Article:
Stern Show Stern started at W4, thirty six years ago today

Discussion in 'The Howard Stern Show' started by OneBallBelz, Apr 21, 2016.

  1. OneBallBelz

    OneBallBelz Well-Known Member

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    Howard became the wild morning man of Detroit's WWWW radio station, 36 years ago today.

    Not long after, the station would change to a country and western format.
     
  2. rabbigottfried

    rabbigottfried Well-Known Member

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  3. ArtieFartie

    ArtieFartie Well-Known Member

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    And his show went on to be funny and entertaining for the next 25 years.
     
  4. Vidiot

    Vidiot Well-Known Member

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  5. Mike in Houston

    Mike in Houston I got more balls than the daily lottery. VIP

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    I always preferred Hopalong Howie myself.
     
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  6. Benjamen

    Benjamen Well-Known Member

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    Highlights from his short career in Detroit:

    Howard took the position vacated by the brash, younger DJ Steve Dahl, who left Detroit for Chicago. Howard and his friend used to listen to Dahl's tapes while Howard was still in Connecticut, and some of Howard's bits were direct rip-offs of Dahl's. (Dahl spoke through a megaphone for his "black traffic copter reporter" named Tyrone, and two years later Howard did the same thing with Mama Looka Boo Boo Day. Dahl did Dial-a-Date, so Howard did Dial-a-Date ...)

    When his morning newscaster said she wanted to visit a nudist colony, Howard invited listeners to come down and strip naked to help set the mood. Two males showed up and got naked atop the WWWW marquee, with Howard and microphone close behind.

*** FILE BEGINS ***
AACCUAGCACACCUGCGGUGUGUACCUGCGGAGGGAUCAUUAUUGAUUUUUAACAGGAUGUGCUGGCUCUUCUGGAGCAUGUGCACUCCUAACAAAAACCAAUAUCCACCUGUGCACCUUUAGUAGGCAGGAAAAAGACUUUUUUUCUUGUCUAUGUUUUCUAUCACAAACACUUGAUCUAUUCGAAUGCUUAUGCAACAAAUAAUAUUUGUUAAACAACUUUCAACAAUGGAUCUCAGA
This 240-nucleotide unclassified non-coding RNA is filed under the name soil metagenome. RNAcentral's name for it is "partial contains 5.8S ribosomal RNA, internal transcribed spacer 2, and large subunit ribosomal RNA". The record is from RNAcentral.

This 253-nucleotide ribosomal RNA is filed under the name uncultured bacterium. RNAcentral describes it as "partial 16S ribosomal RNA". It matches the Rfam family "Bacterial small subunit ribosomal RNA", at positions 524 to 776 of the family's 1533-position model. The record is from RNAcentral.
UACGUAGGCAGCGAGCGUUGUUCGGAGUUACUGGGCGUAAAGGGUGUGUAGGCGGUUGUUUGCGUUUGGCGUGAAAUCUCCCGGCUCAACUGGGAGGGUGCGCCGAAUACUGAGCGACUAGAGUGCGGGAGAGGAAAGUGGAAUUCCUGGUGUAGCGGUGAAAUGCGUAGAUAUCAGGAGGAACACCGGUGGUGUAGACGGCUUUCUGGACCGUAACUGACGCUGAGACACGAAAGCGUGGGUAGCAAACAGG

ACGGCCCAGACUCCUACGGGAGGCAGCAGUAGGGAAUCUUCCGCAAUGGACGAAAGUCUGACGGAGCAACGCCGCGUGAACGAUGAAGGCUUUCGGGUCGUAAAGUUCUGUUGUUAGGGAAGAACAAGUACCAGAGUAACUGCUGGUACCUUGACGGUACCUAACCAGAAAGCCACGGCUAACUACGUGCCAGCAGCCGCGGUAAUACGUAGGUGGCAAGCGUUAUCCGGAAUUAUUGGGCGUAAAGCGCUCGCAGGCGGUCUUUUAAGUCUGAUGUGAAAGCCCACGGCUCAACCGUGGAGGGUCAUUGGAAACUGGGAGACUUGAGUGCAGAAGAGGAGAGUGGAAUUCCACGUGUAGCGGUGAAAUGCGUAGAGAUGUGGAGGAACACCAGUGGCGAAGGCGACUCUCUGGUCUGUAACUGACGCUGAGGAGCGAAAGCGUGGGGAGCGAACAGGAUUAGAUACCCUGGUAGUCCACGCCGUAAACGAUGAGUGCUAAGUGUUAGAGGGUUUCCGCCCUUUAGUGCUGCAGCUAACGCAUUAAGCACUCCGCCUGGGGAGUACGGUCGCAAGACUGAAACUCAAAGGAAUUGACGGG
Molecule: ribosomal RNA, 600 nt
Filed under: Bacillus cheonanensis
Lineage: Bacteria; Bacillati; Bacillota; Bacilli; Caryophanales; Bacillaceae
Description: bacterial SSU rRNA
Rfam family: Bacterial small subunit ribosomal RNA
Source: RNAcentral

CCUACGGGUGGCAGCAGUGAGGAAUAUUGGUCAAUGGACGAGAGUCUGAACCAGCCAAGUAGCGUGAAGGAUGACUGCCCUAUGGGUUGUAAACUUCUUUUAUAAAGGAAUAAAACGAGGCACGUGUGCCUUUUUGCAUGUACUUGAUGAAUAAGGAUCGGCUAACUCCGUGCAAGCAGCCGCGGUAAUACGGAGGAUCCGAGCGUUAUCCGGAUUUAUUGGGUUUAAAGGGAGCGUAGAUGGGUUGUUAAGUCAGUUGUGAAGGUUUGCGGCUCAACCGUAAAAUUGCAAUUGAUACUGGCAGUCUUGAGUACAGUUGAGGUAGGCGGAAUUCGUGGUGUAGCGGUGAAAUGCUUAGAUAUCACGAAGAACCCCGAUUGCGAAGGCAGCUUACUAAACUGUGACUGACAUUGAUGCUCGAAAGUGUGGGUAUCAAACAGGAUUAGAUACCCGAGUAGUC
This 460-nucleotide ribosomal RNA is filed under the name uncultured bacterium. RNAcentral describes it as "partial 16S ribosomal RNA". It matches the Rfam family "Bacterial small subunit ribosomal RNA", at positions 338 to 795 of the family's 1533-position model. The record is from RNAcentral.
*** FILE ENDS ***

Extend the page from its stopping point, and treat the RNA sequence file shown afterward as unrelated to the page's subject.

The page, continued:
Howard wrestled women outside the studio.

    He interviewed prostitutes, including twins.

    He went largely unnoticed in the Detroit market, because WWWW floundered as a rock station. The ratings during his stint show that his program underperformed or merely tied the station as a whole.

    Competition got even stiffer for Howard when Dahl returned to Detroit via syndication from Chicago.

    Howard insisted the station was not giving him enough support in the form of bumper stickers.

    Howard was a fake rocker. Speaking to WXYZ-TV six months into his stay, he sounded exuberant about the rock scene. "On any given weekend you don't have one or two major acts, sometimes you have three major acts in an area, plus you have the local clubs that are supporting bands that are terrific. There's so much music, so much excitement, I can't handle it. After milk and cookies, I should be in bed at night, but I'm out, you know, cruising the clubs and finding out what's going on."

    But Howard tended to limit his cruising to those events he was obligated to attend on behalf of WWWW. "He looked like he fit in with the rock-and-roll crowd, but he didn't."

    When Howard left for DC-101, he had a party in the suburbs. "It was a sedate gathering mainly of the conservatively dressed people who were Howard's real friends in the area. Those rock-and-roll station mates who customarily arrived for a bash no earlier than 10:30 or 11 P.M. walked into a party that was breaking up. Entertainment was provided by a magician -- geez, how square, the rockers snickered."

    Source:

    [​IMG]
     
  7. Benjamen

    Benjamen Well-Known Member

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    Private Parts v Real Life: Detroit

    In the movie:
    Howard shares the exciting news that they’re moving to Detroit on a day’s notice, so that he can start working for WWWW. Alison, who has found Howard’s still-wet underwear from the night before in their car, refuses to go with him.

    [​IMG]

    In real life: Howard did not immediately pounce on the Detroit job opportunity that he’d applied for – possibly out of fear that he would be following in the path of Steve Dahl, who had left Detroit for Chicago two years earlier and had become an audible influence on Howard. (The job at WWWW was the same job Dahl once held.) Howard tried to use the job offer as leverage to get a raise at the Hartford station, but WCCC owner Sy Dresner – who valued loyalty and dedication from his team – was livid over the situation. He denied Howard a raise, so Howard accepted the job in Detroit (at a salary of $30,000 a year). Alison did stay behind, but only because she had to give her job a month’s notice (and not because of a pair of wet underwear from an imaginary encounter with a sex-charged actress).